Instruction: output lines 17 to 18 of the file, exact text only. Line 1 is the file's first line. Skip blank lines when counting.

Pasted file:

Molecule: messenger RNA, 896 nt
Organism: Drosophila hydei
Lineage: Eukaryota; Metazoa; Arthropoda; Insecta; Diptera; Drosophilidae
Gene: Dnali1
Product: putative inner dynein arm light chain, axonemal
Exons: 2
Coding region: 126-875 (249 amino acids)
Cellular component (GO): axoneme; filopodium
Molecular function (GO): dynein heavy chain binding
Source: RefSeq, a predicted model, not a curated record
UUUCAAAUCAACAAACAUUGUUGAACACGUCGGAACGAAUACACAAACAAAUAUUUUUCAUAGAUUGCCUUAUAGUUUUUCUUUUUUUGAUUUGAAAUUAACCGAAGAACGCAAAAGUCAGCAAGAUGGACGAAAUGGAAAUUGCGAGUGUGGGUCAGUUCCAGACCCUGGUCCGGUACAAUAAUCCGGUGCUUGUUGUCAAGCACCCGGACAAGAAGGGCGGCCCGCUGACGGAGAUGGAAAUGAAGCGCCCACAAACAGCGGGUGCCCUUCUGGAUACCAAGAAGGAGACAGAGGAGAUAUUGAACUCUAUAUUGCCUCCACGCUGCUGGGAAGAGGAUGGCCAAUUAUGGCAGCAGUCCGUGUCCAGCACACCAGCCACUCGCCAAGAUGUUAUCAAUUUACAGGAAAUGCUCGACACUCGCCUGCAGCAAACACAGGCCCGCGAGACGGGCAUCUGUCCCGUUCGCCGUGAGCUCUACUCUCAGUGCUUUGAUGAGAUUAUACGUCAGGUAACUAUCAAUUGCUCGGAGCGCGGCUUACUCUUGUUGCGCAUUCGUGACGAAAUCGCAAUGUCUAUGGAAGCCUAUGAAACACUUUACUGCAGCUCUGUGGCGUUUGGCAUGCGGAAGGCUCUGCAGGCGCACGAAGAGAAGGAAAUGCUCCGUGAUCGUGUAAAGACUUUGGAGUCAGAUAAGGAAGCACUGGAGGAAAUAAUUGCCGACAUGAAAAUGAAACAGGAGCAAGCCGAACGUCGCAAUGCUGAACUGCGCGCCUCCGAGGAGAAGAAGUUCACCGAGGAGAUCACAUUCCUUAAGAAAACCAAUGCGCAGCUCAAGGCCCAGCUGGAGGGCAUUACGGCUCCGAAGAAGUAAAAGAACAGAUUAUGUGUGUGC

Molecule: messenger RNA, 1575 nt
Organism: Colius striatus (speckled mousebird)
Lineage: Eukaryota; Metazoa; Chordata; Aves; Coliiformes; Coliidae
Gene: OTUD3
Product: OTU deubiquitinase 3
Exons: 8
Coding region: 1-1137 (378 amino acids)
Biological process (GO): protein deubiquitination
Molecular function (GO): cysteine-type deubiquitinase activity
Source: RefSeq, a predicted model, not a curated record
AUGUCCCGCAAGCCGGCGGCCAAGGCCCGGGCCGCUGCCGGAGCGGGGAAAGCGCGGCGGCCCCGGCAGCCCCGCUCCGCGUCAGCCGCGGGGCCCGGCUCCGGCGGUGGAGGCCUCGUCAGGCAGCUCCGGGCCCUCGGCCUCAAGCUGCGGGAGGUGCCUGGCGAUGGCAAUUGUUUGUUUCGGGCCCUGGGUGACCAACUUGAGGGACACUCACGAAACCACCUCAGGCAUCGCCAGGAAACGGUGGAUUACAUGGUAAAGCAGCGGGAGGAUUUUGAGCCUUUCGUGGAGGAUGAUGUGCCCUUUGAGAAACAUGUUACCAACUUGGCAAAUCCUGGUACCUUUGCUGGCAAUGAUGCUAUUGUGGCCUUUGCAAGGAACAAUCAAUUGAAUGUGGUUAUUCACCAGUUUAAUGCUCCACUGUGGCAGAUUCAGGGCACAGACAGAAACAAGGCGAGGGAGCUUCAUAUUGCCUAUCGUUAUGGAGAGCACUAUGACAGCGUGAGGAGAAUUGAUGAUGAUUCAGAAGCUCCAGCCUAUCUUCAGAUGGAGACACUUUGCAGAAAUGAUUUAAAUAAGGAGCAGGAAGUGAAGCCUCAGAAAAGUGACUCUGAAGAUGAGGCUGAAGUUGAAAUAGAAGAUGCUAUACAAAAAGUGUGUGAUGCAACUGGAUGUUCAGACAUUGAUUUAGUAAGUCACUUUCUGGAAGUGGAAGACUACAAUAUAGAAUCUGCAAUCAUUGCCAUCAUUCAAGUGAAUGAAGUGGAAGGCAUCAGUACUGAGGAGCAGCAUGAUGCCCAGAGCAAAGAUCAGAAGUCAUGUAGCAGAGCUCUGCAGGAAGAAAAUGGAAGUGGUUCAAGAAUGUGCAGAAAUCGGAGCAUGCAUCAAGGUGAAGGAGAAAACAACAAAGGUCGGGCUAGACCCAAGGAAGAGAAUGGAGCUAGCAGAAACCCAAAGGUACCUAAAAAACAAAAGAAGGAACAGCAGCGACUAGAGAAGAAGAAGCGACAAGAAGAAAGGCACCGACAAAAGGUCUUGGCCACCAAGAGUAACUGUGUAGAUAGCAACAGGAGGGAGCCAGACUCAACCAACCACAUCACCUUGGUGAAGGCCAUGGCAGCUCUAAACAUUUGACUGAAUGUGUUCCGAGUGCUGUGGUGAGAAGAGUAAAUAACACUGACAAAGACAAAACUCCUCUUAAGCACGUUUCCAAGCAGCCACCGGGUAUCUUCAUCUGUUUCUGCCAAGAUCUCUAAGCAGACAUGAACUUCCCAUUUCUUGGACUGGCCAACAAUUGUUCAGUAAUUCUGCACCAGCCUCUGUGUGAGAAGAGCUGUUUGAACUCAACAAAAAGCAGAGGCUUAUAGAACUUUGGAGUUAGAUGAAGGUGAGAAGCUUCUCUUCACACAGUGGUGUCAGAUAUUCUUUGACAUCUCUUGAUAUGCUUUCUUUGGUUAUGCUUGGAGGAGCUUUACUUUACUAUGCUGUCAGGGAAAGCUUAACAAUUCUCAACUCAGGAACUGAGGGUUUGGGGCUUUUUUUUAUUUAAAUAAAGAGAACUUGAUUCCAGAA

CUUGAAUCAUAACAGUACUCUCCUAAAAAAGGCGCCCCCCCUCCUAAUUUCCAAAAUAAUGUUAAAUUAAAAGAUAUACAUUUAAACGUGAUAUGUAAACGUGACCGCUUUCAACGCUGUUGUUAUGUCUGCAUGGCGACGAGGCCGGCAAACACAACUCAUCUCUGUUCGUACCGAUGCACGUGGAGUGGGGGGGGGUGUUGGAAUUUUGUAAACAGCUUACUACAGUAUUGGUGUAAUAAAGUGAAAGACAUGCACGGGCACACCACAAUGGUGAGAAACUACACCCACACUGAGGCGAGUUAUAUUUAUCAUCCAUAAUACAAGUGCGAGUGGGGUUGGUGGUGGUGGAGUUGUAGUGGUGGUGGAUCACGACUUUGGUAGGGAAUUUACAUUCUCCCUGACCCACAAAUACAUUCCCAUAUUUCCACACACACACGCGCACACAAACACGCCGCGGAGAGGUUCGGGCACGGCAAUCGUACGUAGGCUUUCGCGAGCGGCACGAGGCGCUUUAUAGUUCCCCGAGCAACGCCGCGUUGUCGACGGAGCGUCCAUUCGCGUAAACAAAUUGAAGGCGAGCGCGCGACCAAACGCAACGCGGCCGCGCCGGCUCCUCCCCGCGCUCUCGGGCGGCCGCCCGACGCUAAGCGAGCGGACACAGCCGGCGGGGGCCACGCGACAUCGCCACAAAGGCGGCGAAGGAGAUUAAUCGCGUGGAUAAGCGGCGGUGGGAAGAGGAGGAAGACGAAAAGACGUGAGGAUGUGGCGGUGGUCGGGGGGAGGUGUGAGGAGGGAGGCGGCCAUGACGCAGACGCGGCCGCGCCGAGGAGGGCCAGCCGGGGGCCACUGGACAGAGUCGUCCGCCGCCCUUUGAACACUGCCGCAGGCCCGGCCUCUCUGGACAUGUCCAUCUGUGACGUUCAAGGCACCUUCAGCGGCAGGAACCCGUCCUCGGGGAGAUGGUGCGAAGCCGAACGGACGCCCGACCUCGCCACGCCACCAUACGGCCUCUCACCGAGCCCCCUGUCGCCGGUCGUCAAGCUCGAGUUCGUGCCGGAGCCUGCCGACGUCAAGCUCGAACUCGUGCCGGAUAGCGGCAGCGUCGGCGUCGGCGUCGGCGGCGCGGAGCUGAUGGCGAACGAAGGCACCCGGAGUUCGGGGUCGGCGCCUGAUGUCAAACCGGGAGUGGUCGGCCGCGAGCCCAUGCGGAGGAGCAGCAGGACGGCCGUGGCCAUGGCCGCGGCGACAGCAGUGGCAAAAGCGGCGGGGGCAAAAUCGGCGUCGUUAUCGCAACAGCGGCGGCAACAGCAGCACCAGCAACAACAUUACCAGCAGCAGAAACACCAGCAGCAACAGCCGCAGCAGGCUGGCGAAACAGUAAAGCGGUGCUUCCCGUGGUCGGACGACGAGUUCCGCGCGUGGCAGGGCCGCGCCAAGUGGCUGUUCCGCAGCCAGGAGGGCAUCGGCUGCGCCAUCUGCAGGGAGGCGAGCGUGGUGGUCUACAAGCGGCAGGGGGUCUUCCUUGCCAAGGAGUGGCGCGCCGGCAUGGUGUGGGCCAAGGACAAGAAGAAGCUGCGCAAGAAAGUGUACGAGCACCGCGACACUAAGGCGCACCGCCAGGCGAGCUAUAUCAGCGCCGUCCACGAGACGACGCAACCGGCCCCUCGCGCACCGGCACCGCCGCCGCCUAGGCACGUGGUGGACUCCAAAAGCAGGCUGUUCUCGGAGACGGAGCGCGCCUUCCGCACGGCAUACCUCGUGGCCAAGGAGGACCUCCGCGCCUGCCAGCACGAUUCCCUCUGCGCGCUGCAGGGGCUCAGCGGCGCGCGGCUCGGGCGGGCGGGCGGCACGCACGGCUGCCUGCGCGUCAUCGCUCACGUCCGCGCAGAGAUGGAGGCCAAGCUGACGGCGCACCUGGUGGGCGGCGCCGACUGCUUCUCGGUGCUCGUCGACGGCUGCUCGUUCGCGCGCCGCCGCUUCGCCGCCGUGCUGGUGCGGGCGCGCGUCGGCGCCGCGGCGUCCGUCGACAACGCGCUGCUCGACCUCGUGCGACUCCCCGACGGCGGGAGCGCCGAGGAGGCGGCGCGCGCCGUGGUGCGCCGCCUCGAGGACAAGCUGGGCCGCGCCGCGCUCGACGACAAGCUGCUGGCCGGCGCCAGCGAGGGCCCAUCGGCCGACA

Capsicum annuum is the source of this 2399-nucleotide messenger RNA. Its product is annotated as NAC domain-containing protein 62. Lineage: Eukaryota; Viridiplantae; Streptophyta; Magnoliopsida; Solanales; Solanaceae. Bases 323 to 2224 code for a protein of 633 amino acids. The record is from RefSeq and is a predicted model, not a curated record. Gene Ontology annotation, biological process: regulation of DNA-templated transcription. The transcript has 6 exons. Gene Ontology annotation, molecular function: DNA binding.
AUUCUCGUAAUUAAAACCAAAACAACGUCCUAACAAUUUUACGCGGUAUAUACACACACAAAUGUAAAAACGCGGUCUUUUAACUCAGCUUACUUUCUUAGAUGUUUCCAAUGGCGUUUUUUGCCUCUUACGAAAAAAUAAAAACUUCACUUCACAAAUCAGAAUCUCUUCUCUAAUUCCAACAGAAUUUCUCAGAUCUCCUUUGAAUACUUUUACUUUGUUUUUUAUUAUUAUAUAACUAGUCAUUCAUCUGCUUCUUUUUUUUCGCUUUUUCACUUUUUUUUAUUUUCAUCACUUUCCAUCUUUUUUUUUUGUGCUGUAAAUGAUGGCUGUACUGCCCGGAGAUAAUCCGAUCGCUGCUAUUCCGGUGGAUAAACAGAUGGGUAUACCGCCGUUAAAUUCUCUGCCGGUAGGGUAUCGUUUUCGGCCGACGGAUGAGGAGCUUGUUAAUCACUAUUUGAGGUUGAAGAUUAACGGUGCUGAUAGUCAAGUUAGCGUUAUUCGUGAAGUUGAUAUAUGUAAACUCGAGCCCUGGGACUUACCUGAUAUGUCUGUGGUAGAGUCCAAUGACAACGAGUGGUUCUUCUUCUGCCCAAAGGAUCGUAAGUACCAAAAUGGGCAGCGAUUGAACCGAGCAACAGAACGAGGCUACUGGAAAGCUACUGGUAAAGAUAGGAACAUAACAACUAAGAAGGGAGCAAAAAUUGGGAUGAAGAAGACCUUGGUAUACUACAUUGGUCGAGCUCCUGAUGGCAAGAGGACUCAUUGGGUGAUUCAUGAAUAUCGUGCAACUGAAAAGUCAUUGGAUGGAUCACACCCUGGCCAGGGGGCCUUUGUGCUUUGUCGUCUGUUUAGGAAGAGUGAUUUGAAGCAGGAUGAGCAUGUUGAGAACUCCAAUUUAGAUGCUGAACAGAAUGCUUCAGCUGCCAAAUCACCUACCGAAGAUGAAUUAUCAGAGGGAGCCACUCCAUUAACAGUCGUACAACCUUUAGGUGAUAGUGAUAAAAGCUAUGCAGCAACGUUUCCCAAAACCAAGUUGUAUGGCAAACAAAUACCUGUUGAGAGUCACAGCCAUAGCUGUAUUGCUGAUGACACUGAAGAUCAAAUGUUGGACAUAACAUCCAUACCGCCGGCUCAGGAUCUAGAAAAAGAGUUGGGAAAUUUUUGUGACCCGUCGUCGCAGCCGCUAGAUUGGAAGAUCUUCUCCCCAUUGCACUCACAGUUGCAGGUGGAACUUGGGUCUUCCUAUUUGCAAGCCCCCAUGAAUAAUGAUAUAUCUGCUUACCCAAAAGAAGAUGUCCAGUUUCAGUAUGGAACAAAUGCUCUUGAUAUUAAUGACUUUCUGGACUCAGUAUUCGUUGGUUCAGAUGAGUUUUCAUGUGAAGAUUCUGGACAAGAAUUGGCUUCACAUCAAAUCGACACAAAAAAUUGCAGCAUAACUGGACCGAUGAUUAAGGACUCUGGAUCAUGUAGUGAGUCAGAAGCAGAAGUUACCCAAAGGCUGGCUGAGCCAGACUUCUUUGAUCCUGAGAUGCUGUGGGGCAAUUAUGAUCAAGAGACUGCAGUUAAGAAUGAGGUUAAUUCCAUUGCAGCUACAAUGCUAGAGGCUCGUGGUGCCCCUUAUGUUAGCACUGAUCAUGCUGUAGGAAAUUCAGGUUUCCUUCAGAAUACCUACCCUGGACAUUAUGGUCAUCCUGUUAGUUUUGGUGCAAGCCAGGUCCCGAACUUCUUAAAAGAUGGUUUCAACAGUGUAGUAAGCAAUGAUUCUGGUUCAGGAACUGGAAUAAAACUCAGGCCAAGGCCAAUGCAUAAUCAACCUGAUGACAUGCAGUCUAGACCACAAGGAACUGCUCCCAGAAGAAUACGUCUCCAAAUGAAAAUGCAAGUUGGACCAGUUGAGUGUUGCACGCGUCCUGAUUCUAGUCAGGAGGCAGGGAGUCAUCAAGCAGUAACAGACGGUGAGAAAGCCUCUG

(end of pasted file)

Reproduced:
Exons: 8
Coding region: 1-1137 (378 amino acids)